One of the highlights of Defcon is the badge. While this may normally seem like a meaningless thing, the Defcon badges are always special. Every year is a new design that incorporates some kind of technology into the badge. This year was no exception. The main feature of this year’s badge was a new type of microcontroller by Freescale (MC56F8006VLC) that, with the installed firmware, reacts to ambient audio levels and lights up an led depending on how loud it is. Another feature is that all of the badges from the different classes of attendees (Human, Press, Vendor, Speaker, Goon, Contest, and Uber) can combine together.
|Front of Press Badge||Back of Press Badge|
Recently they added a new competition that involved hacking the badge to perform tasks that it was not initially programmed for. At the end they award the top 3 most ingenious, obscure, mischievous, obscene, or technologically astounding badge modifications.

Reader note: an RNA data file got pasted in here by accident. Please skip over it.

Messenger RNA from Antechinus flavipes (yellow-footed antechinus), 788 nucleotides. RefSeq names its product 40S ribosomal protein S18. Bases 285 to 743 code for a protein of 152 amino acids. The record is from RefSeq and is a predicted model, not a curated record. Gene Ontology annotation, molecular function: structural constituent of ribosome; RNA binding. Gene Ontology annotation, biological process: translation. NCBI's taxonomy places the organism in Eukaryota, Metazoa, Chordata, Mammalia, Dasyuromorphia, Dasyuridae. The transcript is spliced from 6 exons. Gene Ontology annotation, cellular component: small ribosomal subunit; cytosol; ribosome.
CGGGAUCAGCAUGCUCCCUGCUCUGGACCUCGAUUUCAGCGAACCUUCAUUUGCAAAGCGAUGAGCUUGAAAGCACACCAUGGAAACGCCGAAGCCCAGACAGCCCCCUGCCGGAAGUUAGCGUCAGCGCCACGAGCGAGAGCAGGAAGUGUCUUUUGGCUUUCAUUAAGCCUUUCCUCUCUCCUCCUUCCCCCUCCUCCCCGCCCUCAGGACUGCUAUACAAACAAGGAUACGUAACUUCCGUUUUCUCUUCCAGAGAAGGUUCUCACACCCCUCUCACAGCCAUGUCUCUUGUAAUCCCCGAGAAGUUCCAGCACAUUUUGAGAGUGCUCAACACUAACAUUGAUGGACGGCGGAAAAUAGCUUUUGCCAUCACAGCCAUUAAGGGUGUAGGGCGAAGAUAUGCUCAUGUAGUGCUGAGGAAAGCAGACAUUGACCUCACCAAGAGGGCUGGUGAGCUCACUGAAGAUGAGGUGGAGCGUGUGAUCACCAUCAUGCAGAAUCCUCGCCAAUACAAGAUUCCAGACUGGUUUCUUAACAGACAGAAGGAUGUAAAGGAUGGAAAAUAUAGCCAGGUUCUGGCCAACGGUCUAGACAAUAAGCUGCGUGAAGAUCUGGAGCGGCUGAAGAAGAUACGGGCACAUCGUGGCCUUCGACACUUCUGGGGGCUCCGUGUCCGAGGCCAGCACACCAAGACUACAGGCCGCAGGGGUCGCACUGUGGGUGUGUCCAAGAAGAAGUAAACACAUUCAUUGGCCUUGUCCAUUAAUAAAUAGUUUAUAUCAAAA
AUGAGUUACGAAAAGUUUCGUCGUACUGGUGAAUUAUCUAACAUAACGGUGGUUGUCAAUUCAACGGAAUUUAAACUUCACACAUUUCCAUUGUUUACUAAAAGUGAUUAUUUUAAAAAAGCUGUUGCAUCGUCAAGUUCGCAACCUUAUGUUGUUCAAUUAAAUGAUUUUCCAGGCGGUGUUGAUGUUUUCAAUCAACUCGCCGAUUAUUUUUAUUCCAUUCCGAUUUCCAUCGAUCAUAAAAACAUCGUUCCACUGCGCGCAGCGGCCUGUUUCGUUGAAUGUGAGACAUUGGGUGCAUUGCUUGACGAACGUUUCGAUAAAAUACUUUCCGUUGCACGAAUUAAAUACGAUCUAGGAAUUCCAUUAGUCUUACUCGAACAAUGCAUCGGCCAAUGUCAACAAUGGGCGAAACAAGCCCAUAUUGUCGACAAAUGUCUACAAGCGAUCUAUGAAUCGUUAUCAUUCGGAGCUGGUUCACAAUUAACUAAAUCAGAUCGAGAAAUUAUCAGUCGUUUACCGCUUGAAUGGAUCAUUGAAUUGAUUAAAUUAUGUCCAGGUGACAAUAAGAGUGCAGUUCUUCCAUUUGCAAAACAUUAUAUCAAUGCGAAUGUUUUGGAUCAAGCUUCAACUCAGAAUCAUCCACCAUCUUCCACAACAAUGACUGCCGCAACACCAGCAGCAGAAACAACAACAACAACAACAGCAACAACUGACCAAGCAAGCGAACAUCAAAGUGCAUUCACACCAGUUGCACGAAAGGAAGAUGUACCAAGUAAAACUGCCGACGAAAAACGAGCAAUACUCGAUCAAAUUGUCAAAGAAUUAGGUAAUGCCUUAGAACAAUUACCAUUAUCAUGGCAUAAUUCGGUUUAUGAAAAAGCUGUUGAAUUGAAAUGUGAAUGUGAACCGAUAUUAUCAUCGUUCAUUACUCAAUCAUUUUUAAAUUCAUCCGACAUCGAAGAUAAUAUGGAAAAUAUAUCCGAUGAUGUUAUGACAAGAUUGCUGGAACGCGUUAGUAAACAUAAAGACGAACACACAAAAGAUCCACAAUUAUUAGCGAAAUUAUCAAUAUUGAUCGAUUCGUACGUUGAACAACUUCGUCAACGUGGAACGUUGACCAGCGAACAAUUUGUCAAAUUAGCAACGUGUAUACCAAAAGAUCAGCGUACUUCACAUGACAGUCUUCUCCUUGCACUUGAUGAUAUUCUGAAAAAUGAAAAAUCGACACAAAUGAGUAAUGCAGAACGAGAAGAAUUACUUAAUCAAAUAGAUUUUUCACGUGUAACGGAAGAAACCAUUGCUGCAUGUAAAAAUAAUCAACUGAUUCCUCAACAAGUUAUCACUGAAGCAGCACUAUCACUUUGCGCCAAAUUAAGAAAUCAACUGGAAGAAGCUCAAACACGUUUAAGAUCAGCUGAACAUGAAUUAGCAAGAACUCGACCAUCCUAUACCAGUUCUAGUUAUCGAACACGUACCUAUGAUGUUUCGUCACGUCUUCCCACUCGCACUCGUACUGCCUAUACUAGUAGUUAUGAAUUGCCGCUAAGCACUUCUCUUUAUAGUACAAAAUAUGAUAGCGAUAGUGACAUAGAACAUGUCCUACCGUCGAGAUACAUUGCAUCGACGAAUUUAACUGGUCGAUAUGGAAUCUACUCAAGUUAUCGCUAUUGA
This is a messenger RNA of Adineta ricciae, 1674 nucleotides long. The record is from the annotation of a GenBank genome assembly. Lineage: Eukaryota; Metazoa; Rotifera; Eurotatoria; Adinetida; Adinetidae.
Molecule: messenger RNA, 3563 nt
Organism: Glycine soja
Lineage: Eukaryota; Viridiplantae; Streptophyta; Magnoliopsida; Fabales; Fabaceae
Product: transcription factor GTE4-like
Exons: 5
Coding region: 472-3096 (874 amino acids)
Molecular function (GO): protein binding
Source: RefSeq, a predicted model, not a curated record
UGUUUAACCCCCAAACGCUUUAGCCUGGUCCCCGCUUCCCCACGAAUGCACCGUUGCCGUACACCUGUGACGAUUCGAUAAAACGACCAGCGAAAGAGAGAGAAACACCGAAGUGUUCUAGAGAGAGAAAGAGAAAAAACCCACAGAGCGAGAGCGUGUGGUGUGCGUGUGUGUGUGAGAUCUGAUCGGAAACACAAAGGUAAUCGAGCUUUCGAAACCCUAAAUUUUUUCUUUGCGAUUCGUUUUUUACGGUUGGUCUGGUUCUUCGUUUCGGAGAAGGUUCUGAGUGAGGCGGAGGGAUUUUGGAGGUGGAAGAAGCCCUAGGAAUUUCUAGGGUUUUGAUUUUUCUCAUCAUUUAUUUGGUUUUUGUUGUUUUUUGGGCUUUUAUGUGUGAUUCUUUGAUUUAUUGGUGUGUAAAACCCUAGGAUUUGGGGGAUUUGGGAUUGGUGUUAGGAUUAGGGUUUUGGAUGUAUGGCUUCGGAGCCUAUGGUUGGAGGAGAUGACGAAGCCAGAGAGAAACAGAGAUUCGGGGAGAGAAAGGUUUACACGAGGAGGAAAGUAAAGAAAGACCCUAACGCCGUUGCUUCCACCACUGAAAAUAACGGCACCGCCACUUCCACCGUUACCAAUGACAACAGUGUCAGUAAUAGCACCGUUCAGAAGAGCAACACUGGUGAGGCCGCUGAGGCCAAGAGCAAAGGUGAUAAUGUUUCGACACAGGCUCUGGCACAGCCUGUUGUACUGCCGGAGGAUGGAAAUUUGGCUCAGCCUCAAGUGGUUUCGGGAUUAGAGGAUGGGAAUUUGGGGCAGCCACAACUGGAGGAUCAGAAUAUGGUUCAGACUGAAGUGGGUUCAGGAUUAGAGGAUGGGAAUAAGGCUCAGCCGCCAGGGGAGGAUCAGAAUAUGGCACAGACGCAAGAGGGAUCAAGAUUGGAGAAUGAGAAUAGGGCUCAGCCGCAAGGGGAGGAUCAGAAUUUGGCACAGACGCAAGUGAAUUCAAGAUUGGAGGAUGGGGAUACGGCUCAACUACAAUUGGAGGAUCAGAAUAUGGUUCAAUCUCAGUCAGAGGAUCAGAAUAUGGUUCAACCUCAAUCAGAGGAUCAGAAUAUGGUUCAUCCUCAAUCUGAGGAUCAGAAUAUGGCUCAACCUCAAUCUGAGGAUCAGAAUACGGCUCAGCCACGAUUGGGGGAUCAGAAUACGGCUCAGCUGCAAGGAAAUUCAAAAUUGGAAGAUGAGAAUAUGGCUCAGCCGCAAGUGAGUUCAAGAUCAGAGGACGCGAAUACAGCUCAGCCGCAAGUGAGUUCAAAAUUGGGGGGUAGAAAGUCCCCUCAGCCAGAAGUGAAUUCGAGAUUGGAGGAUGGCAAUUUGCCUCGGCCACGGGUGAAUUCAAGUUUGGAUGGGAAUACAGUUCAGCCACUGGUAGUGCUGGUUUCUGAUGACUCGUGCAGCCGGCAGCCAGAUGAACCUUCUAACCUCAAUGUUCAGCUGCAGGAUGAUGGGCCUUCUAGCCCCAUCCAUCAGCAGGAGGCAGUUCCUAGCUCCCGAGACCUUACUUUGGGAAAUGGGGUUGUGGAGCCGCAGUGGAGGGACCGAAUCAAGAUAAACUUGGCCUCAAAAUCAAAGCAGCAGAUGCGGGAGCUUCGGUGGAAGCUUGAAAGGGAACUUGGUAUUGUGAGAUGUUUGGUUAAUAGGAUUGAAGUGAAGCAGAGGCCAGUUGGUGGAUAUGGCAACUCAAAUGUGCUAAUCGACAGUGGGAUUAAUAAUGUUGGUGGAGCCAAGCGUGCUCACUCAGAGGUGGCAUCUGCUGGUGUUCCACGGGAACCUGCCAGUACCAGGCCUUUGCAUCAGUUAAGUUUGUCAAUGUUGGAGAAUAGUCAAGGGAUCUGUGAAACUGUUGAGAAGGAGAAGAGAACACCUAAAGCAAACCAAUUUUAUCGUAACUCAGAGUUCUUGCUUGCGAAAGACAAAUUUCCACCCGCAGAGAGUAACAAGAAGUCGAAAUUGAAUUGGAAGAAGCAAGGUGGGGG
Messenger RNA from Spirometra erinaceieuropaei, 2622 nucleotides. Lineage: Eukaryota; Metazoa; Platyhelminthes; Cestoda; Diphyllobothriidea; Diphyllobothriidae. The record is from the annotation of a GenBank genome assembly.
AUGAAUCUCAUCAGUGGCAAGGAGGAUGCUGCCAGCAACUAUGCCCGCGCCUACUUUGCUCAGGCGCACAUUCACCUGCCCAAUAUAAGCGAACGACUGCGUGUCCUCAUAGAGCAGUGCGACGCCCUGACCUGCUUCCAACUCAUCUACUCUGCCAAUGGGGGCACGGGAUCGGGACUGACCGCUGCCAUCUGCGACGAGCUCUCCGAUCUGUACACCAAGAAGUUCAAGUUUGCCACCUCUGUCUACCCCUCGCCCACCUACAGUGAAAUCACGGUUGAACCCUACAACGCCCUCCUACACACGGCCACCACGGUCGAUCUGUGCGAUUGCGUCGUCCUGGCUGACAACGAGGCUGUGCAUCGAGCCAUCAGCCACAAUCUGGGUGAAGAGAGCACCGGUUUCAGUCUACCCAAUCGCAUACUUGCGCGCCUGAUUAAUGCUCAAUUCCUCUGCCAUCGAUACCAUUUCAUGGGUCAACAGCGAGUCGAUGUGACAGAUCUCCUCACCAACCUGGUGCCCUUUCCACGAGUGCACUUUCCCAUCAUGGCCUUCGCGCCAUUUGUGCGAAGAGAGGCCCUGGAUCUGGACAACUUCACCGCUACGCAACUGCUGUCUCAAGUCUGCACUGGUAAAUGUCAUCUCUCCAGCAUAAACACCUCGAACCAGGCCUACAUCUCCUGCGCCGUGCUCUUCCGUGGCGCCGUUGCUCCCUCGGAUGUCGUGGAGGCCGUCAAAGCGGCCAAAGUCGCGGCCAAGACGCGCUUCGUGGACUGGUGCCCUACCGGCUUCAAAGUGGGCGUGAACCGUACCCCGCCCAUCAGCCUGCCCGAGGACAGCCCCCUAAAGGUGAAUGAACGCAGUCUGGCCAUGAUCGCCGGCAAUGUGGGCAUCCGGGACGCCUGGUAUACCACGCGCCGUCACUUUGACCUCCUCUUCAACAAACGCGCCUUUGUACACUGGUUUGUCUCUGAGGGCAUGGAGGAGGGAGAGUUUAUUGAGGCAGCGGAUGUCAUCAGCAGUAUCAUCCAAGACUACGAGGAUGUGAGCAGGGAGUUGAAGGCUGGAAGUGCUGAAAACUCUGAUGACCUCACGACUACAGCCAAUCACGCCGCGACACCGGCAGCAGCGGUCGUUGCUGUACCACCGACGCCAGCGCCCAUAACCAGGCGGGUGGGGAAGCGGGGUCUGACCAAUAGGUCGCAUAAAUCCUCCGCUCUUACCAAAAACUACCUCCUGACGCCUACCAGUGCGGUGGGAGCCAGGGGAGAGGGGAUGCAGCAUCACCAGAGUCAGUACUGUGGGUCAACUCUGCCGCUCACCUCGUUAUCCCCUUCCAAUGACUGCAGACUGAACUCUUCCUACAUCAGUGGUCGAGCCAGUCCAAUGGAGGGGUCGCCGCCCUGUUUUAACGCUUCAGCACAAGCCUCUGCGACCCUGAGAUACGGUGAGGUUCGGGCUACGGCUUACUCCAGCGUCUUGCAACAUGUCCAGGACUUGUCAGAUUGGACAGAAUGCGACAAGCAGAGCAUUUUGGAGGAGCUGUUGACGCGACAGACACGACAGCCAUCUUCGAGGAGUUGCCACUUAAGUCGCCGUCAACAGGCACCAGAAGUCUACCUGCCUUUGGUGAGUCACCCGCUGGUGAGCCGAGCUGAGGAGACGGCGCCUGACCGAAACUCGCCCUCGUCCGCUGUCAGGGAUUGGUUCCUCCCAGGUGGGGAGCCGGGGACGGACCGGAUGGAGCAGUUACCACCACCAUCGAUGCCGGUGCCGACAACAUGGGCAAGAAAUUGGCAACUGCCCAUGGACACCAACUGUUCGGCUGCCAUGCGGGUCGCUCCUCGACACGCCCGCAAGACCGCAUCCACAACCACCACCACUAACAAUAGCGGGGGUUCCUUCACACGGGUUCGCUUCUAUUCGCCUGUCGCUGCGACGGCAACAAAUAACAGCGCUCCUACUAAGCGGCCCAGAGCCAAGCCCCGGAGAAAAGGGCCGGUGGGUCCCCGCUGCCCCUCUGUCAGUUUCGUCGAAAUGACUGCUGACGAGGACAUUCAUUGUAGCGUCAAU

One of the scariest presentations at this year’s Defcon was the defeating SSL presentation by Moxie Marlinspike. This talk was also given at Black Hat, but due to time constraints we were only able to view it at Defcon. The bug he found and subsequent exploit he wrote proves to be one of the greatest MITM hacks in recent history. His new tool sslsniff picks up where sslstrip leaves off. This new hack takes advantage of multiple exploits in how SSL certificates are issued and how they are parsed by web browsers. All of these combined, result in a deadly MITM attack that is near impossible to detect without active network scanning. The slides from the Black Hat presentation can be found here. A narrated version of the slides with better explanation of the exploit can be found here.